Emphasis on education, skills and research is valued

The focus on education, especially to supplement learning of what has been lost over the past two years due to the pandemic, has generated a lot of interest from educators. The Union Budget proposed to expand PM eVIDYA’s “One First Class TV Channel” program from 12 to 200 TV channels to provide education in regional languages ​​to grades I-XII.

With the state already taking classes in students’ homes, teaching staff are wondering how the new proposal would play out.

“Tamil Nadu has been a pioneer in student home learning through Kalvi TV over the past couple of years. It remains to be seen how this budget announcement is implemented. The state government has shown interest in it. some time ago to create separate channels for students of different age groups which will also be helpful for English-speaking students in the state board,” said Patric Raymond, General Secretary of the Federation of Tamil Graduate Teachers Nadu.

Failure to revise the income tax cap despite a petition to the Ministry of Finance to raise it to ₹10 lakh has disappointed the Indian Federation of Teachers. He had called for the standard annual deduction for IT payers and teachers to be capped at ₹50,000.

The expansion of TV channels under the PM eVidya scheme will greatly benefit students whose learning has been challenged due to the pandemic, said SN Janardhanan, Chairman of Tamil Nadu Vocational Teachers Kazhagam.

An independent education consultant believes the proposed digital university would encourage students to learn outside of their curriculum. The decision to provide courses in regional languages ​​is another welcome initiative. The pandemic has set families back but the government has made no mention of reducing the student loan burden, he said. Although the budget pushes for digital education, there is no mention of improving infrastructure for the same in Tier 2 and Tier 3 towns and villages, he lamented.

R. Ganapathi, President of IIT Madras Entrepreneurs’ Forum while welcoming the measures announced for start-ups was disappointed that there was no announcement in the field of deep tech, which would allow India to establish itself as the next Silicon Valley.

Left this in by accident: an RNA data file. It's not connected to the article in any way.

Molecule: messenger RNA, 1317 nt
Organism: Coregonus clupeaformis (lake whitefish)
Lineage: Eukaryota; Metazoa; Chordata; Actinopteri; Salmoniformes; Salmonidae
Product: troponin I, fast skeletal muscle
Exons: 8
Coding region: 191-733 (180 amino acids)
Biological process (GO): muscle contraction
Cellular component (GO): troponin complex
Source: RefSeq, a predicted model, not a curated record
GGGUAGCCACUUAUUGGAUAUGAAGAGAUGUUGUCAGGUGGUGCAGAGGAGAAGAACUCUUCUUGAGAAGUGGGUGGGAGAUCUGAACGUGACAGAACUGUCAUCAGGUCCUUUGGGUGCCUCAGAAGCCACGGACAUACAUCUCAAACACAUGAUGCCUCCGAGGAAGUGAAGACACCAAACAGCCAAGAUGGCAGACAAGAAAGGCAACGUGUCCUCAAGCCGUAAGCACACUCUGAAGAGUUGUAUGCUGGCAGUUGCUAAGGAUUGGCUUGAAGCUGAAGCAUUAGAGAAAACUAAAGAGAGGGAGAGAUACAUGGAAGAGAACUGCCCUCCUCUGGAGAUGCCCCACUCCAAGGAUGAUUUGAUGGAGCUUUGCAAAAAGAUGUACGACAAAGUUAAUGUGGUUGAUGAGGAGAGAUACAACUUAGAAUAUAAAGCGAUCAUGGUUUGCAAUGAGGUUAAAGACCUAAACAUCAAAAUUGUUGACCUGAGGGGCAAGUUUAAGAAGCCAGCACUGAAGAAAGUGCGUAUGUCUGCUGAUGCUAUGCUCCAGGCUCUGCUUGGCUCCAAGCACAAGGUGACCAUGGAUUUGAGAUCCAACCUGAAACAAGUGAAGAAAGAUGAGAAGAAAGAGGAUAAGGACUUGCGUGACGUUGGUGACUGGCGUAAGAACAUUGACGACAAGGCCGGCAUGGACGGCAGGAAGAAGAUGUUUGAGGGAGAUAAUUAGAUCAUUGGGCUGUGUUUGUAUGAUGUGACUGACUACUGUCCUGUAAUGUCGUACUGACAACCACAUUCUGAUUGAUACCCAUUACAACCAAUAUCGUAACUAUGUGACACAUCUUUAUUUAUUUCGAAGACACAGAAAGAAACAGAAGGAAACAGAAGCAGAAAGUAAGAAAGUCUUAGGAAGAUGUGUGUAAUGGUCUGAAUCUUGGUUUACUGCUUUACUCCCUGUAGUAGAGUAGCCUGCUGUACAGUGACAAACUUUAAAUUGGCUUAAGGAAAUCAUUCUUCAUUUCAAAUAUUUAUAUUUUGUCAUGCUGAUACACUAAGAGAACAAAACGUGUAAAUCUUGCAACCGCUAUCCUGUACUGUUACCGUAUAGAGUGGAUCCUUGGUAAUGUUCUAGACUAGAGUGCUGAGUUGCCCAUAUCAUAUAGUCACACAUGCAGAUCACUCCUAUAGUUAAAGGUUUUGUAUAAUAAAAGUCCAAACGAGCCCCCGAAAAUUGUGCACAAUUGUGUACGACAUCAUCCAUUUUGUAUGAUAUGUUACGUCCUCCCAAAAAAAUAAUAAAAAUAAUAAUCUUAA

Union Finance Minister Nirmala Sitharaman mentioned the contribution of the International Institute of Information Technology, Bengaluru’s research on mental health. TK Srikanth, head of the institute’s e-health research center, said the center had worked with NIMHANS, National Health Mission, on eManas, a first-of-its-kind software platform for mental health management. . The Karnataka government had deployed it and now monitors the district’s mental health program as well as psychiatric rehabilitation services. “As part of the tele-mental health network that NIMHANS will now help establish, the IIITB will help integrate eManas with tele-health services, providing a comprehensive platform for mental health care that can expand nationwide,” he explained.

Narayana Group of Institutions Chairman K. Puneet was hoping to learn more about the competitive framework for developing high-quality e-content. “A collaborative effort leveraging the strengths of government and the private education sector can move the country towards more equitable educational solutions,” he said.

Sathyan M., general secretary of the Association of Teachers of Polytechnic Colleges, said the budget had met skills needs in line with new Industry 4.0 standards. “The overhaul of the National Skills Qualifications Framework is the most welcome measure in the post-pandemic scenario,” he said.

“A dedicated DESH stack e-portal for skills, upskilling and reskilling to enable online training and certification will enhance learner skills opportunities and meet the needs of industries, especially the MSME segment . . The creation of a digital university would help the digital ecosystem to thrive,” he added.

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